However, Zelenskyy’s criticism of the Hungarian leader might have made all the difference regarding international perceptions. News outlets across Europe were discussing Zelenskyy’s reprimand. Even Jarosław Kaczyński, the Polish Law and Justice Party’s leader, publicly expressed his discontent over Orbán’s oscillating in this crisis. With that, the Hungarian prime minister has upset his strongest allies within the EU. Brussels has still upheld its penalties imposed on Poland and Hungary for their rule of law violations. Whether Orbán can still bank on Warsaw’s unquestioned loyalty in the fight for national sovereignty against Brussels and left-liberal “activists” now seems doubtful. Zelenskyy’s reprimand has in fact alarmed all the V4 countries. After the Czech defence minister announced her withdrawal from the V4 meeting in Budapest on March 30th and 31st, her Polish and Slovak counterparts followed suit and the event had to be cancelled. A response to Orbán’s letter to von der Leyen is still pending. It will be interesting to see whether his request to divert the recovery fund to humanitarian relief for Ukrainian refugees in Hungary is approved. Polls so far have predicted that Fidesz-KDNP will win the elections. Zsolt Bayer, editor of the widely read conservative Magyar Nemzet and longtime Orbán friend, published a bizarre op-ed on March 26th, in which he repudiated and ridiculed Zelenskyy. More importantly, Bayer echoed Putin’s claim to Ukraine and his justification for the war. Only Sunday will show which arguments prevail and whether the wholesale repudiation of Orbán’s attitude towards the war by his V4 neighbours will make Hungarian voters reconsider and finally put the opposition in power.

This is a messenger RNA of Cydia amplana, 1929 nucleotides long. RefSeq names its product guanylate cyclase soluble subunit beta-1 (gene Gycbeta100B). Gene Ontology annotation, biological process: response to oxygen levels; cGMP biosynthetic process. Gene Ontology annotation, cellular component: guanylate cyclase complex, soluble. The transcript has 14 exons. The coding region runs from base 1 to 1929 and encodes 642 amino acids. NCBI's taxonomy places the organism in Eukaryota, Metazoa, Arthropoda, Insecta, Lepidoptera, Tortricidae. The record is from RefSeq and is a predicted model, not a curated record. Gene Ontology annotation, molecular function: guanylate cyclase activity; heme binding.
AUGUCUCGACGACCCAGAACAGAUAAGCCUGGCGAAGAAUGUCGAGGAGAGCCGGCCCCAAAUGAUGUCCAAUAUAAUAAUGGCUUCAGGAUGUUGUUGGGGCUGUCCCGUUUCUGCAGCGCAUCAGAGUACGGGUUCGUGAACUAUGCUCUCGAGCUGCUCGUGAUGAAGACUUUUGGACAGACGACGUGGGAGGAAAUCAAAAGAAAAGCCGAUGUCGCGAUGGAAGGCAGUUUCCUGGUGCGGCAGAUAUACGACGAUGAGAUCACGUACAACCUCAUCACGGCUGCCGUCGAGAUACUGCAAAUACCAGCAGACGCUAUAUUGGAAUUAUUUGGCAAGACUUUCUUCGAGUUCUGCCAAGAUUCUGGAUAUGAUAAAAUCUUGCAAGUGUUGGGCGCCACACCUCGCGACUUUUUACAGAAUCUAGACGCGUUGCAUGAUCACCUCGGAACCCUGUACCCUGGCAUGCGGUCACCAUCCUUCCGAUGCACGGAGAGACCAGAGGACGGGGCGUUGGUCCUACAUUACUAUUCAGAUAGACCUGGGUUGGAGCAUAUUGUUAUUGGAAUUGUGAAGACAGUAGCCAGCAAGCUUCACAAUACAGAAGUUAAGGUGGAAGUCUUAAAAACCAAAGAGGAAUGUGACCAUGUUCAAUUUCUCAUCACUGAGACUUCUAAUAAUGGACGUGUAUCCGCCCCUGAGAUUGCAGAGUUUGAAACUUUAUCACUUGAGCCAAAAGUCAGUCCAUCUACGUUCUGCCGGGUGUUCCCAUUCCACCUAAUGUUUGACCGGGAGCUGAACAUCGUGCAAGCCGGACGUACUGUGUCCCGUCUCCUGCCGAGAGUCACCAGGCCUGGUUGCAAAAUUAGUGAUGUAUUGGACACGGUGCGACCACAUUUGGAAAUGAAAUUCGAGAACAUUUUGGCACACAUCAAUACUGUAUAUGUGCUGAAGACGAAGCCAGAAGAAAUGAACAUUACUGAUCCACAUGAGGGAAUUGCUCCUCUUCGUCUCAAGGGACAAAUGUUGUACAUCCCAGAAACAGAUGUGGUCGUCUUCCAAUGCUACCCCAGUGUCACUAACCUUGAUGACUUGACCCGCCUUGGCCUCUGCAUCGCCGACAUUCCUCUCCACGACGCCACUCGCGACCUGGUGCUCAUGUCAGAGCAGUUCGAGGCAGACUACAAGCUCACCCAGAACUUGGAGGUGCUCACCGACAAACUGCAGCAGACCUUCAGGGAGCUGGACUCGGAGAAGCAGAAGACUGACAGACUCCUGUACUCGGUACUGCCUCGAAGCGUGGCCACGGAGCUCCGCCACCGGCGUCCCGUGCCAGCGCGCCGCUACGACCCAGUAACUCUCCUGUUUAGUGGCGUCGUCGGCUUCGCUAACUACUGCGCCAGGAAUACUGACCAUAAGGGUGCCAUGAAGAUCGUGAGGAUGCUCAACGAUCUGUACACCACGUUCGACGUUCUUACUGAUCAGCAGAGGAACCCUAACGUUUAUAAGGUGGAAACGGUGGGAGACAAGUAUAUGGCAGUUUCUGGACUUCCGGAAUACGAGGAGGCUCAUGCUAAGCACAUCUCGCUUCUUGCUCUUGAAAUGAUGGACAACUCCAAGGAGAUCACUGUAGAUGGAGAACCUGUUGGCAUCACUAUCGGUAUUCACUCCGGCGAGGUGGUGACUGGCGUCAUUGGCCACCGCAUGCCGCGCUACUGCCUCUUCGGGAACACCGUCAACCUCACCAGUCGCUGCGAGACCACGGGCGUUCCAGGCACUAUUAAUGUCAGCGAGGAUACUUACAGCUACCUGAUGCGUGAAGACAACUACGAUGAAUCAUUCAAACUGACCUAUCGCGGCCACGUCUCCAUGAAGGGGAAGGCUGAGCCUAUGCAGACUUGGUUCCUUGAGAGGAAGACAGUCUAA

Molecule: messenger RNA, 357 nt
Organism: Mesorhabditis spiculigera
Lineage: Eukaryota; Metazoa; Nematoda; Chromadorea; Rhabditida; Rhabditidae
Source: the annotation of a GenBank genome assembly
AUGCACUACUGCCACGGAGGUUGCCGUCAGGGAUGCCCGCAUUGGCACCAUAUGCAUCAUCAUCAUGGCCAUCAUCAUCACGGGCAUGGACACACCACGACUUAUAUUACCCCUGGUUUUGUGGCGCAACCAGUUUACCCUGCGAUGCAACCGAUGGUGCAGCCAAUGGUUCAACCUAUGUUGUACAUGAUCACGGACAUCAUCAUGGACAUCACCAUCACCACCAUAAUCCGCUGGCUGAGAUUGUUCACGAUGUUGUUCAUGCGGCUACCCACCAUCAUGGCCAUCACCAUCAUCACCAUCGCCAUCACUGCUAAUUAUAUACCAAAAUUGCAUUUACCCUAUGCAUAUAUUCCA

Victoria Harms is the DAAD visiting assistant professor at Johns Hopkins University. She specializes in Central European history and Cold War studies and authored the upcoming monograph The Making of Dissidents. Hungary’s Democratic Opposition and its Western Friends, 1973-1998.